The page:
Critics, however, were scathing, suggesting that Russia was saber rattling from a position of weakness. Just moments before, the same news program reported that some 200,000 Russian children attend schools with only outhouses for toilets, one commentator noted on Twitter, asking what exactly was worth defending with nuclear-tipped missiles.
Another commentator wondered how Russians would react if CNN broadcast a program detailing American plans to strike Moscow and St. Petersburg with nuclear weapons.
In the ensuing outcry, Dmitri S. Peskov, Mr. Putin’s spokesman, echoed his boss’s coyness by noting that the president himself had not singled out any target by name.
Over all, several factors motivated the belligerent rhetoric, analysts said, in addition to the United States’ withdrawal from the I.N.F. Treaty.
Threatening Washington, they noted, was an old method of improving relations. Just as new rules for interaction were forged out of the Cuban missile crisis, so too could a renewed sense of threat help entente, which has not worked out as swimmingly as the Kremlin envisaged under President Trump.
“They still want to be on equal footing with the United States — that is why they want to create this crisis,” said Ivan I. Kurilla, a historian at the European University at St. Petersburg who specializes in Russian-American relations. Submarines off the American coast “will keep Russia important for the United States, and that is important to the Russian leadership.”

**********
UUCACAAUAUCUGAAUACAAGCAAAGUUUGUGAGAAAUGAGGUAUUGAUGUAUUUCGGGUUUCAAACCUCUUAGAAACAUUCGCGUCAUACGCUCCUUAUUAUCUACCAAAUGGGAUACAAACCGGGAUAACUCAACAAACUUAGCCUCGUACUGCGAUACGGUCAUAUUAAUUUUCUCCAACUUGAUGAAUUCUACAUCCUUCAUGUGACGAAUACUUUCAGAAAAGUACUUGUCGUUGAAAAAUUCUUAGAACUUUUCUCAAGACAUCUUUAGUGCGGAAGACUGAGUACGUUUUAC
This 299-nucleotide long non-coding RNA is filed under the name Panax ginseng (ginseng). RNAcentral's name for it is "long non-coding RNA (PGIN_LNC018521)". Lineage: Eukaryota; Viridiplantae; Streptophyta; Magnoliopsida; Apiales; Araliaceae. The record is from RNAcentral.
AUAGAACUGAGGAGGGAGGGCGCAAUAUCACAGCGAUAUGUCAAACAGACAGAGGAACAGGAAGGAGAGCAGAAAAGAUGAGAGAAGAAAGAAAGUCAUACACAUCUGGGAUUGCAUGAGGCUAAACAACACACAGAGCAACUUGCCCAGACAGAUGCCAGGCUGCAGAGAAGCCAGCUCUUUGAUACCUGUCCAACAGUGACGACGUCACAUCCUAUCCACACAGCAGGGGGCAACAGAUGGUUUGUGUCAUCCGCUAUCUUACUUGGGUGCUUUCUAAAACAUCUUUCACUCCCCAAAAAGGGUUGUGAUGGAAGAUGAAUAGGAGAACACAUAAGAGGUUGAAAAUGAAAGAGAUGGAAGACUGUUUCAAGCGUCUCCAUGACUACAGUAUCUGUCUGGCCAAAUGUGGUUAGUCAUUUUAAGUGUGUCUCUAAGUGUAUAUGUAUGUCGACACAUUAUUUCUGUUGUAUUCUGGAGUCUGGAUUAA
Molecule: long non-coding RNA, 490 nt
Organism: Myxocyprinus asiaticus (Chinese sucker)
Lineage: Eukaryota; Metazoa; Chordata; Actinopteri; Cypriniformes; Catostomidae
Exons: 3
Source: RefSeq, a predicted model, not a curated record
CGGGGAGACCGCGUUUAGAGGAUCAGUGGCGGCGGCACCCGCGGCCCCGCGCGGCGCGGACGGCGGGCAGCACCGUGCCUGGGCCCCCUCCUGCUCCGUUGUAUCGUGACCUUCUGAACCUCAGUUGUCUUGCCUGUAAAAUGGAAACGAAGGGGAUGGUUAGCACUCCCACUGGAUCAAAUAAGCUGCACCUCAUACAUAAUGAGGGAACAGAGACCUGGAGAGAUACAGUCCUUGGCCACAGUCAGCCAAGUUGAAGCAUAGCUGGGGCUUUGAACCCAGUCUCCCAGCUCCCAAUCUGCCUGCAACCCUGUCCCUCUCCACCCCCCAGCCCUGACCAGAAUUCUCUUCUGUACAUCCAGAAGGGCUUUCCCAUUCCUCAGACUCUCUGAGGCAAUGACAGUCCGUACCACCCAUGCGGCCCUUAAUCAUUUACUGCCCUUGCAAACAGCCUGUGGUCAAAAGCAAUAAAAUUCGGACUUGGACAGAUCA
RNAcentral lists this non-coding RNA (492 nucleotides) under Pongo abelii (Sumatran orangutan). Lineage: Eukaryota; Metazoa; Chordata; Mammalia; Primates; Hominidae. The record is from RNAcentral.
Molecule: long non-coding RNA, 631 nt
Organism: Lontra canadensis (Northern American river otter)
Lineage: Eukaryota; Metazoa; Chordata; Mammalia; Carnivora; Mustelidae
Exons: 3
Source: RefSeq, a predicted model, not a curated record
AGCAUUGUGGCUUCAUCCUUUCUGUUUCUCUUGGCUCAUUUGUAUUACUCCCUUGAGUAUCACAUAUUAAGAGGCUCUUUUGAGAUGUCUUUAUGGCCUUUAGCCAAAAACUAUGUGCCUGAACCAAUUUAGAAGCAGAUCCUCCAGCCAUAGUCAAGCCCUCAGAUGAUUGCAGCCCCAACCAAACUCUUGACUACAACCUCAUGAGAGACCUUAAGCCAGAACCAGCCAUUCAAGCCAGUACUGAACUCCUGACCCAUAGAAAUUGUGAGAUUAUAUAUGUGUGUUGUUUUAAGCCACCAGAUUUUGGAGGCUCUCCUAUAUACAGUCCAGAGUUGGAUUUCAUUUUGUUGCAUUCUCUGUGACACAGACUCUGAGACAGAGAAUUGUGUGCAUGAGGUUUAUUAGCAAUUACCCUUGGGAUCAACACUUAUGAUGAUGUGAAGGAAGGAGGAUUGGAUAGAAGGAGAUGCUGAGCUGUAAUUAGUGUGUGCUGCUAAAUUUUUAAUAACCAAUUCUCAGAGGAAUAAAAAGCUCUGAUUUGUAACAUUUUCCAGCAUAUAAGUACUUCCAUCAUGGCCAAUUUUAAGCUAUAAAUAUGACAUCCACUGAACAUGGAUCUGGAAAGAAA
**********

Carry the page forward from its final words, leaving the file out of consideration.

Then there is the domestic impact, where a high threat level can generate a certain amount of support for the Kremlin and its measures to quash civil liberties, analysts said. In other words, if you are going to label your critics “foreign agents,” you need to identify the enemy for whom they slave.
Which brings us back to the atomic song in the cathedral on Feb. 23.
In commemoration of Defenders of the Fatherland Day — informally known as Man’s Day, speaking of throwbacks — a choir singing at St. Isaac’s Cathedral in St. Petersburg performed a rendition of a circa-1980 song, “On a Submarine, or a Serviceman’s Pay.”
The gist of the song, considered caustic at the time it was written, was that in exchange for three rubles any Russian submariner would be happy to annihilate the United States. The opening stanza goes:
On a submarine with an atomic motor
And with a dozen bombs of a hundred megatons
Crossed the Atlantic and I call on the gunner:
“Aim, I say, at the city of Washington!”
The social media chorus responded with accusations of poor taste, at best, and thinly veiled hostility, at worst.